The first hand-transplant program on the West Coast was introduced Monday at UCLA. Since 1999, only nine people in the United States have received hand transplants.
"Over the past decade, the exciting field of hand transplantation has resulted in excellent outcomes for patients, and we are excited to bring this program to UCLA,'' stated Dr. Kodi Azari, surgical director of the new UCLA Hand Transplantation Program.
Azari was one of the lead surgeons on five of those nine hand-transplant operations.
The transplant program at UCLA combines various aspects of medicine including neurology, radiology, psychiatry, anesthesia, and hematology into a multidisciplinary partnership.
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The surgery, which lasts from eight to twelve hours, requires surgeons working in coordinated teams.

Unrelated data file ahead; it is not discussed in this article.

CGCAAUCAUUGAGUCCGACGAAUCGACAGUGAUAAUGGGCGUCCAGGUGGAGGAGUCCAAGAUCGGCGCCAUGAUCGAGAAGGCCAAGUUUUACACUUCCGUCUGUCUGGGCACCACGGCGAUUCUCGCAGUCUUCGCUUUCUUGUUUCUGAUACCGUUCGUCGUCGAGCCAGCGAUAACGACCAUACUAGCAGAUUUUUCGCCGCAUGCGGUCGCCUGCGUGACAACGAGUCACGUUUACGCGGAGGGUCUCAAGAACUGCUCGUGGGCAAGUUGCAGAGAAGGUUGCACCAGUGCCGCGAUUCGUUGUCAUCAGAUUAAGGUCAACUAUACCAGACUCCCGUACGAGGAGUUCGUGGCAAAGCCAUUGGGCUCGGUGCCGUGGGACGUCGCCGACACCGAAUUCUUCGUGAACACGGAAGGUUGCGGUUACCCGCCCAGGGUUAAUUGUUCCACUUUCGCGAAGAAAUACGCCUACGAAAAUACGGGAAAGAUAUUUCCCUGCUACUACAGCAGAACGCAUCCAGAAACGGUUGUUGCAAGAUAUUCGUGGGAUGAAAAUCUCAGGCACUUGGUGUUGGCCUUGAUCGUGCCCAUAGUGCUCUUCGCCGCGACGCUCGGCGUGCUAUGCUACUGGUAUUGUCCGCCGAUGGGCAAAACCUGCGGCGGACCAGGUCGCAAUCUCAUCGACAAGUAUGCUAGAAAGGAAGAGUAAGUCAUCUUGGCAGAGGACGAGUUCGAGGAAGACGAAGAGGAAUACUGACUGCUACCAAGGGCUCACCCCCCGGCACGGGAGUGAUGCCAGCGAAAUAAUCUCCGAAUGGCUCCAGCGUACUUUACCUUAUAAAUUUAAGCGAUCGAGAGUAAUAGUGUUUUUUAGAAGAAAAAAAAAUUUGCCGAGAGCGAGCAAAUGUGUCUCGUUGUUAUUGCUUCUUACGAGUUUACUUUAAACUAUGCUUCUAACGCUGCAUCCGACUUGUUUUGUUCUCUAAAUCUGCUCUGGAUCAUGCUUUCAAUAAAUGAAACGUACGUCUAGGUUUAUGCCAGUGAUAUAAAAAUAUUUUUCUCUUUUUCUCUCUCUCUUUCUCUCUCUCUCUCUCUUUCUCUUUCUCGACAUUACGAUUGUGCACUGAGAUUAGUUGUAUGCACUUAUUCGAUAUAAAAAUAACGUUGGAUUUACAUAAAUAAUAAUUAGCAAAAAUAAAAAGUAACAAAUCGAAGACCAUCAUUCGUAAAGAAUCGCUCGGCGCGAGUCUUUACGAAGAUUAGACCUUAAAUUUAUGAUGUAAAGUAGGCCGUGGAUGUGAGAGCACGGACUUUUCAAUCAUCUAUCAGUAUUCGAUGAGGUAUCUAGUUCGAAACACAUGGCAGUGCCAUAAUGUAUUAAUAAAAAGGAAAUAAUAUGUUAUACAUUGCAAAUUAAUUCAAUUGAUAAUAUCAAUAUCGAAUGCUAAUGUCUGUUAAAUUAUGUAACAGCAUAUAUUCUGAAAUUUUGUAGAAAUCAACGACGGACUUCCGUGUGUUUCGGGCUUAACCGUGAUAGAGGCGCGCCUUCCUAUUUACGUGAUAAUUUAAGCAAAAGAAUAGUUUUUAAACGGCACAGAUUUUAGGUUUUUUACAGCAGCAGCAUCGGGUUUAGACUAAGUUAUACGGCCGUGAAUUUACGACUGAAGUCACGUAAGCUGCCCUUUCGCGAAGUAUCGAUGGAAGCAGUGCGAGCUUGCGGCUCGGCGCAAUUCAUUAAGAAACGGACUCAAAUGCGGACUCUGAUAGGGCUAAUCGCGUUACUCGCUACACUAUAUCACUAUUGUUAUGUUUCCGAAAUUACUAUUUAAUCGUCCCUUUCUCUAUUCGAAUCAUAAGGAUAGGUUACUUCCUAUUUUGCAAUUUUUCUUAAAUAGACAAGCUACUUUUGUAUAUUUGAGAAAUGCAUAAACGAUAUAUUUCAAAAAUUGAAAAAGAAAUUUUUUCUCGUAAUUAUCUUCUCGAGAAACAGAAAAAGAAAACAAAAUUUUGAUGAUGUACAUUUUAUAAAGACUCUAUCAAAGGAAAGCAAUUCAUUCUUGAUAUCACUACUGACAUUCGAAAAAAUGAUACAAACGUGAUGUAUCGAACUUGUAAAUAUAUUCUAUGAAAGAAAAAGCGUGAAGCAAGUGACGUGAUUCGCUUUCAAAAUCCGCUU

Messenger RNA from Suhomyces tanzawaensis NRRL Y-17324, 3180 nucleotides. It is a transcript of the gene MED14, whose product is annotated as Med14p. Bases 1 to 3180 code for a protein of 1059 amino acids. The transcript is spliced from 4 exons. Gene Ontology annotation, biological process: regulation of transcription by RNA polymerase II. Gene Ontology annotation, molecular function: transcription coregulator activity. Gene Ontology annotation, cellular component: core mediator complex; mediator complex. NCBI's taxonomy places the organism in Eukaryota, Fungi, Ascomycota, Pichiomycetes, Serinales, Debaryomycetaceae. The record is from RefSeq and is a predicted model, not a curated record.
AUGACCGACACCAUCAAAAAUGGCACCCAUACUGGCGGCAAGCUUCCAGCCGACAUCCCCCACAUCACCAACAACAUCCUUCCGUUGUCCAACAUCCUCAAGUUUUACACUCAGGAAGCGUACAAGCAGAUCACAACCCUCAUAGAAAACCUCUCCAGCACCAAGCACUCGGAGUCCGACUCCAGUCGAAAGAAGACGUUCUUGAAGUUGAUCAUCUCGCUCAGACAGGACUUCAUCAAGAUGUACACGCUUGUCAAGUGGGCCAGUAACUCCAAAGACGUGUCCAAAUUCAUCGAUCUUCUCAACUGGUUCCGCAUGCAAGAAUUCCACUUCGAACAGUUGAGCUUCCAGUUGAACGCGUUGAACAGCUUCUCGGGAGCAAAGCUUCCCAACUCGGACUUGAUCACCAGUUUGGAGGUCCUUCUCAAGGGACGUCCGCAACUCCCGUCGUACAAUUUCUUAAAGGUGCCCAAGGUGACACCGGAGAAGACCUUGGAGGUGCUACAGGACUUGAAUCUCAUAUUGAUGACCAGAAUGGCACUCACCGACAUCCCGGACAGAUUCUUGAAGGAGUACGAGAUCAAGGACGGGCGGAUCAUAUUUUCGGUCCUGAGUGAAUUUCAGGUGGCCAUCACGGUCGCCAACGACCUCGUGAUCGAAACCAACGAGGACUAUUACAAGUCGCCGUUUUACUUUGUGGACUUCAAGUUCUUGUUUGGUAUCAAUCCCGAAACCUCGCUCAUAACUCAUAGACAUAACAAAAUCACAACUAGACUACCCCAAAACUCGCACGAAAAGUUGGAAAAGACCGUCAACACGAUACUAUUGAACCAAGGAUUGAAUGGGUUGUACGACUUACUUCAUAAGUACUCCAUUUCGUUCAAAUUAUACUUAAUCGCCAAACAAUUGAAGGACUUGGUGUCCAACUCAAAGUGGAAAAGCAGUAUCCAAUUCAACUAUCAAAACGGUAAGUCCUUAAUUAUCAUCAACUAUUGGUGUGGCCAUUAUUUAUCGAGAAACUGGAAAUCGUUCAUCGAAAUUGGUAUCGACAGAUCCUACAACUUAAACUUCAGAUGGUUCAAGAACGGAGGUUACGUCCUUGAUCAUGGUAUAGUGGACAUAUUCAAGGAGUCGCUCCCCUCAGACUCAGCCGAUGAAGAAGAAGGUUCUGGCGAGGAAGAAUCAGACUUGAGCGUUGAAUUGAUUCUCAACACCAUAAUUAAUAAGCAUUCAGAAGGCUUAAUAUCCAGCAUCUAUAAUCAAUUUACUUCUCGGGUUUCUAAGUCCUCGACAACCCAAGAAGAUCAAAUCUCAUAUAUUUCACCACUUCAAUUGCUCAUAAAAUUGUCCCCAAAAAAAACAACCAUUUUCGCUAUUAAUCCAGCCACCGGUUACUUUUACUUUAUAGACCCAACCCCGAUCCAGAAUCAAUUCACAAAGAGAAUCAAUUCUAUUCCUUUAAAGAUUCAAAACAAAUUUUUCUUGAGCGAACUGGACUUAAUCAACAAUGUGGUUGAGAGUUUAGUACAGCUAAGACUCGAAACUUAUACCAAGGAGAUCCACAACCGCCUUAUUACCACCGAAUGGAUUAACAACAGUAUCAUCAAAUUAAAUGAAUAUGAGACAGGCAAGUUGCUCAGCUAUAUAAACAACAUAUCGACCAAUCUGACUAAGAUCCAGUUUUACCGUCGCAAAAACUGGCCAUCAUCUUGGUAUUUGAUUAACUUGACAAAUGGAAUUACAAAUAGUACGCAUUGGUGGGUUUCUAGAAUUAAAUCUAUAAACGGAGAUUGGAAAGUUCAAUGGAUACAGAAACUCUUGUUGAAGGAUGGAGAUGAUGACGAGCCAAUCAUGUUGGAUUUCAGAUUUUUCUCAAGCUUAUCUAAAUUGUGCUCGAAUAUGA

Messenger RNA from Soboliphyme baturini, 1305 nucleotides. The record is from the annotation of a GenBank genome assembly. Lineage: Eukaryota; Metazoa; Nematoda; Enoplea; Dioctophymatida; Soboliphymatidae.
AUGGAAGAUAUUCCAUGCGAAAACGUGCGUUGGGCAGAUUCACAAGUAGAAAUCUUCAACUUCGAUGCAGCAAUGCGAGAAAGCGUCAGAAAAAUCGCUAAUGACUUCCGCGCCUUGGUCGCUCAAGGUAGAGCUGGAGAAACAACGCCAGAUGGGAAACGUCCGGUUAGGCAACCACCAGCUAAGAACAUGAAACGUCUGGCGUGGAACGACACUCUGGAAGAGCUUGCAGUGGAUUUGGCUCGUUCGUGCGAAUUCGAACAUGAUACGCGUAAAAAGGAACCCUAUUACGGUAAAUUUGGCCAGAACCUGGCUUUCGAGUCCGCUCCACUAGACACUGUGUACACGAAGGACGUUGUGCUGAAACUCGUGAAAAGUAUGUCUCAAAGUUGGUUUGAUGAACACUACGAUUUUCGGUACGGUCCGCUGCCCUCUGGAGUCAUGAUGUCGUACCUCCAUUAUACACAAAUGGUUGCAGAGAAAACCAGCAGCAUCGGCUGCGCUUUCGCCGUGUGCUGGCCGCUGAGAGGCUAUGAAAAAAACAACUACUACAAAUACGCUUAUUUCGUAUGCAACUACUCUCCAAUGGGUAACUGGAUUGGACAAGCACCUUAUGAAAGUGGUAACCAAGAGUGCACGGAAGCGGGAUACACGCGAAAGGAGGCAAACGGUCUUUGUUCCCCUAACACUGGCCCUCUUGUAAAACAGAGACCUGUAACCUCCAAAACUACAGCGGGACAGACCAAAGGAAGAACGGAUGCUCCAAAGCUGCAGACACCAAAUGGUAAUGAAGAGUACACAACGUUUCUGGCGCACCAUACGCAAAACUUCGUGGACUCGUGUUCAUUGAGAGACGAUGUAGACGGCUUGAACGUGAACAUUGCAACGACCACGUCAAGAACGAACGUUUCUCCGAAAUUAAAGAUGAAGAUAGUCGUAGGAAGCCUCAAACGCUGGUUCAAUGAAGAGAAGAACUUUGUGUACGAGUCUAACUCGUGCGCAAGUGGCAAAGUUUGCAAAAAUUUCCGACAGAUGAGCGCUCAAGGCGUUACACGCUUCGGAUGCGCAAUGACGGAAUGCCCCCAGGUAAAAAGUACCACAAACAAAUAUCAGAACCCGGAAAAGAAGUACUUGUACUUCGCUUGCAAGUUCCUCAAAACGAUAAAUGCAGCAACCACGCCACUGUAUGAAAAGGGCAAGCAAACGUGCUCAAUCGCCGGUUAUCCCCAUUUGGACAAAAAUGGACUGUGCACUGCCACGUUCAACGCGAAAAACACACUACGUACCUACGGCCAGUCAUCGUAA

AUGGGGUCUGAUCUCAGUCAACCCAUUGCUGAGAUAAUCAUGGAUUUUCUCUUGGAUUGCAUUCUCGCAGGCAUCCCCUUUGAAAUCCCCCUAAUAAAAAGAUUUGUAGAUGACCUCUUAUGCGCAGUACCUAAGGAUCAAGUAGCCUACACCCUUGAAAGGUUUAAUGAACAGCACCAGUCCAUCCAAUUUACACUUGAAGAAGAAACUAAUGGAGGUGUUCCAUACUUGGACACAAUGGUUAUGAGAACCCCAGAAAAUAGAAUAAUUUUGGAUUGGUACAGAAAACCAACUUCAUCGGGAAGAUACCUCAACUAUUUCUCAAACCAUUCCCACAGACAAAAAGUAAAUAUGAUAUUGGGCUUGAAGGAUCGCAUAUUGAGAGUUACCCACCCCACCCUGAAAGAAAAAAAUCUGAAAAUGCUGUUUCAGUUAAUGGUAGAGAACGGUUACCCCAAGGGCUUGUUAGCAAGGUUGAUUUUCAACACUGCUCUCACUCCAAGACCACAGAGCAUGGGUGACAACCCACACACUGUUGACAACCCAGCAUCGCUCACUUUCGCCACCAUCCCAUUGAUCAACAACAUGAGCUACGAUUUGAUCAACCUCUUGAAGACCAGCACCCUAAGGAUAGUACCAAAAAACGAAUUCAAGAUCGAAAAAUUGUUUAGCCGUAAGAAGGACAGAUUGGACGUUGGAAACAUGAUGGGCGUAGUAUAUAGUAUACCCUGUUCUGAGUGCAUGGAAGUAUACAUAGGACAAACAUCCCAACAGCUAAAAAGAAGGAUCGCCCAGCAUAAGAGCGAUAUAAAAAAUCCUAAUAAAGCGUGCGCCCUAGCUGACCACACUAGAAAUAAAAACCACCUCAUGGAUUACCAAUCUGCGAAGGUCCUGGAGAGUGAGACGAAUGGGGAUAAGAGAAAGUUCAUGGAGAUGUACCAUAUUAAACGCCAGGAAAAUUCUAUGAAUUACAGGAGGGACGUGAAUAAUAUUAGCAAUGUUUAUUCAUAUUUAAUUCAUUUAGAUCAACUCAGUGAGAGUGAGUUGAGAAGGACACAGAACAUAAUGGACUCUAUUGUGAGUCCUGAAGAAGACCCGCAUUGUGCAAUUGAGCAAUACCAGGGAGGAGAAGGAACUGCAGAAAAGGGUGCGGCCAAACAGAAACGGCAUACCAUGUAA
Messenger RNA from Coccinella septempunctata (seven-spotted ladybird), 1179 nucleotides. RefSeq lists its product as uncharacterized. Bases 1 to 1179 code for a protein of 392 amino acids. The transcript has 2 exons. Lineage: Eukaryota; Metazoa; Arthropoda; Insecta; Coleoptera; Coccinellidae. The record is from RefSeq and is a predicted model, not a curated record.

Azari said the program will confirm that the transplant methods are successful. It will also give doctors the opportunity to study the return of function in transplanted hands.
"We are at the beginning of a new frontier,'' Dr. Ronald W. Busuttil, UCLA executive chair of surgery, stated. "Solid organ transplants are now routinely performed to save patients' lives. Now we'll be performing composite tissue transplants to enhance their quality of life."